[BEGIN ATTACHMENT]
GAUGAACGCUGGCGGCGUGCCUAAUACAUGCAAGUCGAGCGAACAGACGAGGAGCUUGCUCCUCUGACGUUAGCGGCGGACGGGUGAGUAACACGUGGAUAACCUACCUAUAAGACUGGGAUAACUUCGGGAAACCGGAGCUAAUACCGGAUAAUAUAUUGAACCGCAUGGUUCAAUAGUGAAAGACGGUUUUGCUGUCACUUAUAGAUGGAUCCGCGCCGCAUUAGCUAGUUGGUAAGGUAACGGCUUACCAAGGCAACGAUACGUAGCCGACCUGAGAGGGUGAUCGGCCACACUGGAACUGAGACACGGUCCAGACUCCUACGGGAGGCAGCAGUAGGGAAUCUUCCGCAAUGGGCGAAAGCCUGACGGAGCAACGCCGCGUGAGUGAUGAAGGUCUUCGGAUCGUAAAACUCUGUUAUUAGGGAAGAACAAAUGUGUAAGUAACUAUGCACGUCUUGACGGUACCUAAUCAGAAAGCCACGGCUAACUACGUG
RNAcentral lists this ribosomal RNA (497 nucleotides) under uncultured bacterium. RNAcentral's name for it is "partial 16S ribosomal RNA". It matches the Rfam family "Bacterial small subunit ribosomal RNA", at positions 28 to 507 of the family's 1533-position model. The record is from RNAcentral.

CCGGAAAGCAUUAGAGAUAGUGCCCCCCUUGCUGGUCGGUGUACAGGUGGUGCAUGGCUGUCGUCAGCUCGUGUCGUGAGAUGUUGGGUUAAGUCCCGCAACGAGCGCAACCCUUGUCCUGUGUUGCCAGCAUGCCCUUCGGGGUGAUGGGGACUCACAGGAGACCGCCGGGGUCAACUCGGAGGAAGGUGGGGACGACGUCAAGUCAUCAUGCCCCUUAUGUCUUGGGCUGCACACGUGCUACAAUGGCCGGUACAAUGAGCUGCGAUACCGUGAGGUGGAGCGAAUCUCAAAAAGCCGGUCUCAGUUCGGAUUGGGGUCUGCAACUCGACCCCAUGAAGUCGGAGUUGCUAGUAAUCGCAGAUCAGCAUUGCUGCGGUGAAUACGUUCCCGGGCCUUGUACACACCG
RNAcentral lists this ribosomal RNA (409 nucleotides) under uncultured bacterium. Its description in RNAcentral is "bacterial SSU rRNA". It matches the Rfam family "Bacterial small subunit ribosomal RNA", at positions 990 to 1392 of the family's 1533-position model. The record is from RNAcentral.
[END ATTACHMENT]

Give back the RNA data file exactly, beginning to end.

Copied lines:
GAUGAACGCUGGCGGCGUGCCUAAUACAUGCAAGUCGAGCGAACAGACGAGGAGCUUGCUCCUCUGACGUUAGCGGCGGACGGGUGAGUAACACGUGGAUAACCUACCUAUAAGACUGGGAUAACUUCGGGAAACCGGAGCUAAUACCGGAUAAUAUAUUGAACCGCAUGGUUCAAUAGUGAAAGACGGUUUUGCUGUCACUUAUAGAUGGAUCCGCGCCGCAUUAGCUAGUUGGUAAGGUAACGGCUUACCAAGGCAACGAUACGUAGCCGACCUGAGAGGGUGAUCGGCCACACUGGAACUGAGACACGGUCCAGACUCCUACGGGAGGCAGCAGUAGGGAAUCUUCCGCAAUGGGCGAAAGCCUGACGGAGCAACGCCGCGUGAGUGAUGAAGGUCUUCGGAUCGUAAAACUCUGUUAUUAGGGAAGAACAAAUGUGUAAGUAACUAUGCACGUCUUGACGGUACCUAAUCAGAAAGCCACGGCUAACUACGUG
RNAcentral lists this ribosomal RNA (497 nucleotides) under uncultured bacterium. RNAcentral's name for it is "partial 16S ribosomal RNA". It matches the Rfam family "Bacterial small subunit ribosomal RNA", at positions 28 to 507 of the family's 1533-position model. The record is from RNAcentral.

CCGGAAAGCAUUAGAGAUAGUGCCCCCCUUGCUGGUCGGUGUACAGGUGGUGCAUGGCUGUCGUCAGCUCGUGUCGUGAGAUGUUGGGUUAAGUCCCGCAACGAGCGCAACCCUUGUCCUGUGUUGCCAGCAUGCCCUUCGGGGUGAUGGGGACUCACAGGAGACCGCCGGGGUCAACUCGGAGGAAGGUGGGGACGACGUCAAGUCAUCAUGCCCCUUAUGUCUUGGGCUGCACACGUGCUACAAUGGCCGGUACAAUGAGCUGCGAUACCGUGAGGUGGAGCGAAUCUCAAAAAGCCGGUCUCAGUUCGGAUUGGGGUCUGCAACUCGACCCCAUGAAGUCGGAGUUGCUAGUAAUCGCAGAUCAGCAUUGCUGCGGUGAAUACGUUCCCGGGCCUUGUACACACCG
RNAcentral lists this ribosomal RNA (409 nucleotides) under uncultured bacterium. Its description in RNAcentral is "bacterial SSU rRNA". It matches the Rfam family "Bacterial small subunit ribosomal RNA", at positions 990 to 1392 of the family's 1533-position model. The record is from RNAcentral.